Economy in U.S. Expands More Than Forecast on Inventories
The economy in the U.S. grew more than projected in the second quarter, showing it is overcoming the cuts in government spending and higher taxes.
Gross domestic product, the value of all goods and services produced, rose at a 1.7 percent annualized rate after a 1.1 percent gain the prior quarter that was smaller than previously estimated, Commerce Department figures showed today in Washington. Other reports showed hiring and manufacturing accelerated this month.
The GDP figures showed companies invested in new equipment and construction projects, and a pickup in orders for durable goods indicates the gains will be sustained into the second half of the year. The effects of government budget cuts will probably wane, while job gains and rising home and stock prices are shoring up consumer sentiment, making it more likely households will regain momentum after spending cooled last quarter.
“The worst of the fiscal drag is now behind us,” said Maury Harris, the New York-based chief economist for UBS Securities LLC and the best GDP forecaster over the past two years, according to data compiled by Bloomberg. “Business confidence is recovering and capital expenditures are recovering.” Harris projected growth will accelerate to about 3 percent in the last six months of 2013.
Federal Reserve policy makers said today at the conclusion of their two-day meeting that “economic growth will pick up from its recent pace and the unemployment rate will gradually decline.” The Federal Open Market Committee also said it will maintain its $85 billion in monthly bond purchases aimed at stoking the expansion and boosting employment.
The Fed may begin tapering the pace of its asset purchases in September, according to a growing number of economists surveyed by Bloomberg from July 18 to July 22.
Companies boosted payrolls in July by the most this year as employers grew more optimistic demand will pick up, another report showed. Employment increased by 200,000 following a 198,000 gain in June that was higher than initially estimated, according to data from the ADP Research Institute in Roseland, New Jersey. The median forecast of 40 economists surveyed by Bloomberg called for a July advance of 180,000.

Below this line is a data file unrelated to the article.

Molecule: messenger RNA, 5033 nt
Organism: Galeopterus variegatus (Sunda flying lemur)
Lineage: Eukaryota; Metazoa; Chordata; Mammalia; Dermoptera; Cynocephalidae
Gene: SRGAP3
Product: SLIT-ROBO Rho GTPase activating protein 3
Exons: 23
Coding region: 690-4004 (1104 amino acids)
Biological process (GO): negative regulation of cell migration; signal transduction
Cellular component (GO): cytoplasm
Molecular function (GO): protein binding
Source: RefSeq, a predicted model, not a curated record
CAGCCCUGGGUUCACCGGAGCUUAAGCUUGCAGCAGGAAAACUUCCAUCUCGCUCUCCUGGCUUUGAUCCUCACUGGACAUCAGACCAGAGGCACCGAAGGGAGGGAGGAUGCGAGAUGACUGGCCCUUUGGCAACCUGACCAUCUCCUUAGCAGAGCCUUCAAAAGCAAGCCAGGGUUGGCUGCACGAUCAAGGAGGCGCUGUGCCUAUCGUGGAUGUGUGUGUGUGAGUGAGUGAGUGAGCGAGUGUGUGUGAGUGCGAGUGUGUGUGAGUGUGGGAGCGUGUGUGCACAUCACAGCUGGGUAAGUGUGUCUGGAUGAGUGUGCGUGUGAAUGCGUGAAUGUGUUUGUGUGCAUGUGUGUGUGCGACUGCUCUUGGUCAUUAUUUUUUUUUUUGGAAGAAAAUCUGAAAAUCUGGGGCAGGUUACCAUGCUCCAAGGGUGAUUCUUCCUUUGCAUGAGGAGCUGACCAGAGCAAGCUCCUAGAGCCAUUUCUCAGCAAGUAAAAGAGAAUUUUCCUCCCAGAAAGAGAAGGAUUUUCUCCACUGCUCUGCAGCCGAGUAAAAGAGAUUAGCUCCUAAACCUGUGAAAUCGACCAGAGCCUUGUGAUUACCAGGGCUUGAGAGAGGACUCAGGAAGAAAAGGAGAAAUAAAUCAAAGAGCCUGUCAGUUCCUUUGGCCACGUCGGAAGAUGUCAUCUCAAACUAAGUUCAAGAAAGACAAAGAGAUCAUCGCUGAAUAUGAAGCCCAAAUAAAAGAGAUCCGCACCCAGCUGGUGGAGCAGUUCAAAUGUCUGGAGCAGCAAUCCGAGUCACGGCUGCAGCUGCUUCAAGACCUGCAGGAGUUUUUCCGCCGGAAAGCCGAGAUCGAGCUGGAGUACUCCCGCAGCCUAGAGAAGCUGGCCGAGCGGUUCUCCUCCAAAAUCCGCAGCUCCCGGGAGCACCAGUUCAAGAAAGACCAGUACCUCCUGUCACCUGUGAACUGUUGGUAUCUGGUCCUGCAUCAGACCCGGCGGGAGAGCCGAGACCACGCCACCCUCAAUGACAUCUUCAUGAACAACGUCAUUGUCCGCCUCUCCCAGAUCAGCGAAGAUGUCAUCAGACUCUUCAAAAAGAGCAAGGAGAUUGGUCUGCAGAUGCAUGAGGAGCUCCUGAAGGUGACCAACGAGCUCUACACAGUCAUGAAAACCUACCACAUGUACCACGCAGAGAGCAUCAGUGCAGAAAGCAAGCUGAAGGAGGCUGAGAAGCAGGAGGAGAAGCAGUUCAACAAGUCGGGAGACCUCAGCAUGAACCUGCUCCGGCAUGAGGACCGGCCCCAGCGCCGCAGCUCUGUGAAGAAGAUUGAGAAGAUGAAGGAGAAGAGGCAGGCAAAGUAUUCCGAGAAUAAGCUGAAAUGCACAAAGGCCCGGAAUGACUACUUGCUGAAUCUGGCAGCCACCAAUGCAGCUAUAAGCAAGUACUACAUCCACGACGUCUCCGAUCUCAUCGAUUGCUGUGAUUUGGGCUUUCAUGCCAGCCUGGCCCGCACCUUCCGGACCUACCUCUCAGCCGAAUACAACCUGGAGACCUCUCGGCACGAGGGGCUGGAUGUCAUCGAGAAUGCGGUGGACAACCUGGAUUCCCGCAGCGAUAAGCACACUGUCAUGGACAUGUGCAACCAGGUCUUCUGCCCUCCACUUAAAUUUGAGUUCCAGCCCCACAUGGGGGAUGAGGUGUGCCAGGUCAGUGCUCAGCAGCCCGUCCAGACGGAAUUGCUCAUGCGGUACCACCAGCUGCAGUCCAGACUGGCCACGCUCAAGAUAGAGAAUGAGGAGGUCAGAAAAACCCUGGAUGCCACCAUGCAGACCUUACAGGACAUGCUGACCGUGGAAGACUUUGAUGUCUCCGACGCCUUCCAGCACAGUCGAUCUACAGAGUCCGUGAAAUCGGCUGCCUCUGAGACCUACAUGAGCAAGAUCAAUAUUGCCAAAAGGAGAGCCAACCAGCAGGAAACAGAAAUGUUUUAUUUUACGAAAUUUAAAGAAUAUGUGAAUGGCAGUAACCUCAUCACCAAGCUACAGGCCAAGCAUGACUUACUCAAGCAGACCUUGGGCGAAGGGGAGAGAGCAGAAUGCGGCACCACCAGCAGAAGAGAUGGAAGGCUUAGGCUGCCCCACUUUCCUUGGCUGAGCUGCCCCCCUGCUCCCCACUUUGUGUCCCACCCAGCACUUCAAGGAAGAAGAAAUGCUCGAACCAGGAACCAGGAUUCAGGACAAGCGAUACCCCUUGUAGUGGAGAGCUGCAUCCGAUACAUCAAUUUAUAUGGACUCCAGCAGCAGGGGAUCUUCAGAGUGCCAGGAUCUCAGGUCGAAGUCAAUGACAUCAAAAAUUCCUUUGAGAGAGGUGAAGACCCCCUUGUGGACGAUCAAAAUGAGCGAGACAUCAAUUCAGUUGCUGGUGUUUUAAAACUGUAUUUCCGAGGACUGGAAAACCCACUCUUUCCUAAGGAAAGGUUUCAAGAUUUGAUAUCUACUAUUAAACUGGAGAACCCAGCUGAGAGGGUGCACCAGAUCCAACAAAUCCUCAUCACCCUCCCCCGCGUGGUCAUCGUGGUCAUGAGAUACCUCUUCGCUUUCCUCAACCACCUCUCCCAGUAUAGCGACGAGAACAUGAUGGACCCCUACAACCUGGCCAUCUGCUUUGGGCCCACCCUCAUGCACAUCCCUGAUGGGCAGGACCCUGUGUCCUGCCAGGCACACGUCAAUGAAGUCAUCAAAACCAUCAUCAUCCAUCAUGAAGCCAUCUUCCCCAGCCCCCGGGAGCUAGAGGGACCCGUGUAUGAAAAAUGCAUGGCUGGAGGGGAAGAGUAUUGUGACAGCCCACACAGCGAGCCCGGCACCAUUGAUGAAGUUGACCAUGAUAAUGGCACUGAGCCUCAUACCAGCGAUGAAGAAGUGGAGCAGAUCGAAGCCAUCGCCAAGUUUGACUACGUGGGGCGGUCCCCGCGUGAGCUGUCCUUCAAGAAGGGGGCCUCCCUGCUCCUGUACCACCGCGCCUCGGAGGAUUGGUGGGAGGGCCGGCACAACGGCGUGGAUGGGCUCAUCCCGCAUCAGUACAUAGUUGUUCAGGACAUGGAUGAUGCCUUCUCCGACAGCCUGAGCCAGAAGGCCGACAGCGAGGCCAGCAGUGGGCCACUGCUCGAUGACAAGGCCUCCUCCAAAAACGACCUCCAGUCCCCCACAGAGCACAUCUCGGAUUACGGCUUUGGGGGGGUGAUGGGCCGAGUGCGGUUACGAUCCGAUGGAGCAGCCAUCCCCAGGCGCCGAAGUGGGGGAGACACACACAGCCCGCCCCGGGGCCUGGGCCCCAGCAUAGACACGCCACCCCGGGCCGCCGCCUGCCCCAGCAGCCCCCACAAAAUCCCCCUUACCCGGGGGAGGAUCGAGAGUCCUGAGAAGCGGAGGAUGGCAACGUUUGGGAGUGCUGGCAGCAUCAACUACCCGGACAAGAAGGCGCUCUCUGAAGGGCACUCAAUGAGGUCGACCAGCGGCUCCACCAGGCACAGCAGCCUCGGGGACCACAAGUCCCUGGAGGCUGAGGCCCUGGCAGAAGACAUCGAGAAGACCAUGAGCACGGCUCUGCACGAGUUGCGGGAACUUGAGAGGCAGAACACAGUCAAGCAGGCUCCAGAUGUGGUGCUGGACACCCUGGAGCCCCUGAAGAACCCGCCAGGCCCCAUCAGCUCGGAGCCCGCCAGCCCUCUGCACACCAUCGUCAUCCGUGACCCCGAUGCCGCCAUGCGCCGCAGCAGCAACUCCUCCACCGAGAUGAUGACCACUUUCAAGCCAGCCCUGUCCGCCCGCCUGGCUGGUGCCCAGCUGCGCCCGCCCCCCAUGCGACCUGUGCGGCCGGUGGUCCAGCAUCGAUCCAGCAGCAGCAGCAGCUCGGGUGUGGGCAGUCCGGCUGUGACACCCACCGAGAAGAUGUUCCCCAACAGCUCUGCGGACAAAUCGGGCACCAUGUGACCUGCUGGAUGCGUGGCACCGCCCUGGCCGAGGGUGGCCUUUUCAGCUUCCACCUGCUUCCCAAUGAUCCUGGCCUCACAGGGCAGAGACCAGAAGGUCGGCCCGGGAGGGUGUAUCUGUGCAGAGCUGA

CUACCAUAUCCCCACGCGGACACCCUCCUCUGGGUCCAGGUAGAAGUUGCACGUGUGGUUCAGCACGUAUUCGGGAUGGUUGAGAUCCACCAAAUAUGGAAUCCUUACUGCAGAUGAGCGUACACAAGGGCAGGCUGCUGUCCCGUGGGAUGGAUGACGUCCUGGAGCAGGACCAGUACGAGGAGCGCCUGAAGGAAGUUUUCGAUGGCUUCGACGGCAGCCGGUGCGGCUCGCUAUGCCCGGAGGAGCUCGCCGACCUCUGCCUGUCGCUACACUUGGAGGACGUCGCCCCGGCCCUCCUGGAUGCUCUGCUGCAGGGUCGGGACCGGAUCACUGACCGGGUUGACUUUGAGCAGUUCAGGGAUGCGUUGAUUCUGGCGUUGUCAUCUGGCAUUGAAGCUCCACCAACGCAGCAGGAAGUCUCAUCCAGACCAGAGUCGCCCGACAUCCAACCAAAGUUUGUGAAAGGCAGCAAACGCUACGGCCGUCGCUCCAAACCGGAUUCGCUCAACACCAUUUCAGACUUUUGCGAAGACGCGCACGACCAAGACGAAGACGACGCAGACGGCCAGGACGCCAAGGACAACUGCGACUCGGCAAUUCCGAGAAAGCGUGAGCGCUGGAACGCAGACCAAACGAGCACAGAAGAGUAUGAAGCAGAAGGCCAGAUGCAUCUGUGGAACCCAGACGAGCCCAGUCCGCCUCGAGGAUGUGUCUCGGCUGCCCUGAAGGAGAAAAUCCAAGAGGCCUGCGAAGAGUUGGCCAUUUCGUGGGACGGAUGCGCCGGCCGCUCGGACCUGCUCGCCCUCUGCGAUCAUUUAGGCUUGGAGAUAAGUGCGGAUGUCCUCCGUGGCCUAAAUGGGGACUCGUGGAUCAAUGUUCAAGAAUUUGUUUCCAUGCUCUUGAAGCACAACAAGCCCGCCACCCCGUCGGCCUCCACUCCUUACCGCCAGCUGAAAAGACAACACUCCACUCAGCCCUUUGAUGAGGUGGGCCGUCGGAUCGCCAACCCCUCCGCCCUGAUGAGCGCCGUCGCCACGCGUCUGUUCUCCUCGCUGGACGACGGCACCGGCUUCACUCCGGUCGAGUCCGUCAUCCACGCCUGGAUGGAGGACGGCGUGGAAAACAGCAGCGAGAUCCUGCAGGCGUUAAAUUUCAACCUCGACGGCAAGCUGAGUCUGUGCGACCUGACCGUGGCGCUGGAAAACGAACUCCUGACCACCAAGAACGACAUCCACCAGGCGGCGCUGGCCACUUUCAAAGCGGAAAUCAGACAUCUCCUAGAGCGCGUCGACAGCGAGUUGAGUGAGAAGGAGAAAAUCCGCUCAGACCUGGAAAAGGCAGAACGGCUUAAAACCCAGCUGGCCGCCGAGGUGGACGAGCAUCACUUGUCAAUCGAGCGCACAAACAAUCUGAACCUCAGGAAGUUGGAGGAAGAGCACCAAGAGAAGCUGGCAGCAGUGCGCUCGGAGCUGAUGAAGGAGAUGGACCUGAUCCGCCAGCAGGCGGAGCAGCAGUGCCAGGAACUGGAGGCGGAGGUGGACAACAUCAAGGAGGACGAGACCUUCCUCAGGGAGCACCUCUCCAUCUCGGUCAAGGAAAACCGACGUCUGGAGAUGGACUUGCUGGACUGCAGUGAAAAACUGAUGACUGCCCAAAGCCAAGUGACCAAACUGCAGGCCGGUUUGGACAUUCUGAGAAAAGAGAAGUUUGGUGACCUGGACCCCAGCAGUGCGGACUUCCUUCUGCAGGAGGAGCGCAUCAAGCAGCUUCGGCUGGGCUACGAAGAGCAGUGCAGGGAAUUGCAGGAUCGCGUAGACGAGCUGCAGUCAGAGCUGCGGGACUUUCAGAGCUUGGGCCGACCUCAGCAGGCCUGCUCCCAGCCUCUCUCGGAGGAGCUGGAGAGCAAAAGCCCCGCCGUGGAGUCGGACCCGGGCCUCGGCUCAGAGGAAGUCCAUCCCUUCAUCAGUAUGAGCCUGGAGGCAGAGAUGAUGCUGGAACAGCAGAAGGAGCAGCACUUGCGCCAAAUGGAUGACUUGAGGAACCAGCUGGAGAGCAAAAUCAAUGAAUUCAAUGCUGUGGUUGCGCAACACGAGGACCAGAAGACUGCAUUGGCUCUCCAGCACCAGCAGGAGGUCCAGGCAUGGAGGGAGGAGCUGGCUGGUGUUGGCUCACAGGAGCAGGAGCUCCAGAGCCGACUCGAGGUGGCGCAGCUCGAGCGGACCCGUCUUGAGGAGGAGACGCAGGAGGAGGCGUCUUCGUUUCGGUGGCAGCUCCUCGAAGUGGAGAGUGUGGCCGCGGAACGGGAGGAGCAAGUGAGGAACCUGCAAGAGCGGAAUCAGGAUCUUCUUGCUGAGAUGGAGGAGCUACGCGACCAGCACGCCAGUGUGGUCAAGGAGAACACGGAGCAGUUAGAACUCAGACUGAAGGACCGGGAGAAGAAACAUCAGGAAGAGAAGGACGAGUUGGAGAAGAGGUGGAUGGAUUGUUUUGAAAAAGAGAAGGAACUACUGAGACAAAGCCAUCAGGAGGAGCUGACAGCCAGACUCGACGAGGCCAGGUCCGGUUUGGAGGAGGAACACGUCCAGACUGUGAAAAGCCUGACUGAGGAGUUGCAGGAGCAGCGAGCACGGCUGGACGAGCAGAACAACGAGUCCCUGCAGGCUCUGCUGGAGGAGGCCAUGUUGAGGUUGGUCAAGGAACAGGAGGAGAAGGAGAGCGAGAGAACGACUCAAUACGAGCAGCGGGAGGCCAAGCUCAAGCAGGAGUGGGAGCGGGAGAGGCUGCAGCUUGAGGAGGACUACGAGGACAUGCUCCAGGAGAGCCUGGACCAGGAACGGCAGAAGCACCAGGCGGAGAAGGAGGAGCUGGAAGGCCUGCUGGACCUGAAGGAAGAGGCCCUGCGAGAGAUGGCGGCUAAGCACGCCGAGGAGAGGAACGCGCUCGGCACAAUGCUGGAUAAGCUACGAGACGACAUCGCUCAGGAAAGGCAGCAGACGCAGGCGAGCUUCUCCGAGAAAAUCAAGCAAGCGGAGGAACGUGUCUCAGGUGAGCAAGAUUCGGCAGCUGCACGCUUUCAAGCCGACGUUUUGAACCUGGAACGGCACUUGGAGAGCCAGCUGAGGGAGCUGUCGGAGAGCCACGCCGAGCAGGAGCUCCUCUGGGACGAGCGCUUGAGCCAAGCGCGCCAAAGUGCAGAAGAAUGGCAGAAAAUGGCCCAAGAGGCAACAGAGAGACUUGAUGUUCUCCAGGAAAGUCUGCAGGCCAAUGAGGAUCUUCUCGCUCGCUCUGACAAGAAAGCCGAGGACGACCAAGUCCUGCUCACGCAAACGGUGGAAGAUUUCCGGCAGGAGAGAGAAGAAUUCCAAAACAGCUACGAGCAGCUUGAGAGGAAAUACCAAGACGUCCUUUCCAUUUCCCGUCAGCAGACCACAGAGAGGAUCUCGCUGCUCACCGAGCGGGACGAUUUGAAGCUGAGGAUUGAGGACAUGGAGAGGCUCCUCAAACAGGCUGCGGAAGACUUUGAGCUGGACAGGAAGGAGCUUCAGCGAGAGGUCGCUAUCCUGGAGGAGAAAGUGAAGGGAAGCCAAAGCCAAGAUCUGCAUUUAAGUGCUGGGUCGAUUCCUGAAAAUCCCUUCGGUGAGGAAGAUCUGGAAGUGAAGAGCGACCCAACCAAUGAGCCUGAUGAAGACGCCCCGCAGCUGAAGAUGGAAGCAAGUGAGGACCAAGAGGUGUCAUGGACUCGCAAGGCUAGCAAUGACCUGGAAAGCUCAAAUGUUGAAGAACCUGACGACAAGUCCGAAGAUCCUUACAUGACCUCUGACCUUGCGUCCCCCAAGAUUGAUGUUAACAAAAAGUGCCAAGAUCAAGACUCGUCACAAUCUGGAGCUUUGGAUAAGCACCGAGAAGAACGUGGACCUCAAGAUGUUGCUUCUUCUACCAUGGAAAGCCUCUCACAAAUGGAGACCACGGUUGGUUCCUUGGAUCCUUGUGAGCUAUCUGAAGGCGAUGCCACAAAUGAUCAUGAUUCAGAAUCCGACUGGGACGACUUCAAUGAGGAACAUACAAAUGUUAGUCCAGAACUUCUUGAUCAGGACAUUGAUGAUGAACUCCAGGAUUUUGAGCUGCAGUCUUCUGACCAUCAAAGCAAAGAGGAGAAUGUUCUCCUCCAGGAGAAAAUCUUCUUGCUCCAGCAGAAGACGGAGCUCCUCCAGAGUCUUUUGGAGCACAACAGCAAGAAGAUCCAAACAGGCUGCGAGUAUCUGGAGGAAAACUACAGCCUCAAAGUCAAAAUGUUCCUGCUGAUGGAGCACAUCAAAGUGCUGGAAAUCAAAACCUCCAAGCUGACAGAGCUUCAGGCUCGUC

Stocks erased an earlier rally after the Fed refrained from indicating when it will dial back the pace of monetary stimulus. The Standard & Poor’s 500 Index fell less than 0.1 percent to 1,685.72 at the close in New York. Treasury securities rallied, pushing the yield on the benchmark 10-year note down to 2.58 percent from 2.61 percent late yesterday.
A Labor Department report in two days will show private payrolls, excluding government jobs, climbed 195,000 in July after a 202,000 increase a month earlier, according to the median estimate of economists surveyed by Bloomberg. Total employment rose by 185,000 following a 195,000 gain in June, the survey also showed. The jobless rate fell to 7.5 percent, matching a four-year low, from 7.6 percent in June, economists projected.
“If the unemployment rate keeps falling as we expect, the Fed will be tapering and cutting back on asset purchases starting in September,” said Dean Maki, the New York-based chief U.S. economist for Barclays Plc and a former Fed economist. “The fact that the Q2 momentum was a little better than expected may be seen by the Fed as consistent with their second-half forecast.”
In their last meeting in June, Fed policy makers projected the economy will have grown between 2.3 percent to 2.6 percent in this year’s fourth quarter from the same time in 2012. It would take a 3.2 percent annualized gain on average in the last six months of the year to meet their minimum projection, according to Bloomberg calculations.
The job market is also improving among some U.S. trading partners as data from Germany today showed the country’s unemployment rate in July held near a two-year low even as the rate in the euro area stayed at a record high.
The median forecast of 85 economists surveyed by Bloomberg projected U.S. GDP would advance at a 1 percent pace last quarter. Estimates ranged from a 0.1 percent drop to a 1.8 percent increase. The reading is the first of three for the quarter, with the other releases scheduled for August and September when more information becomes available.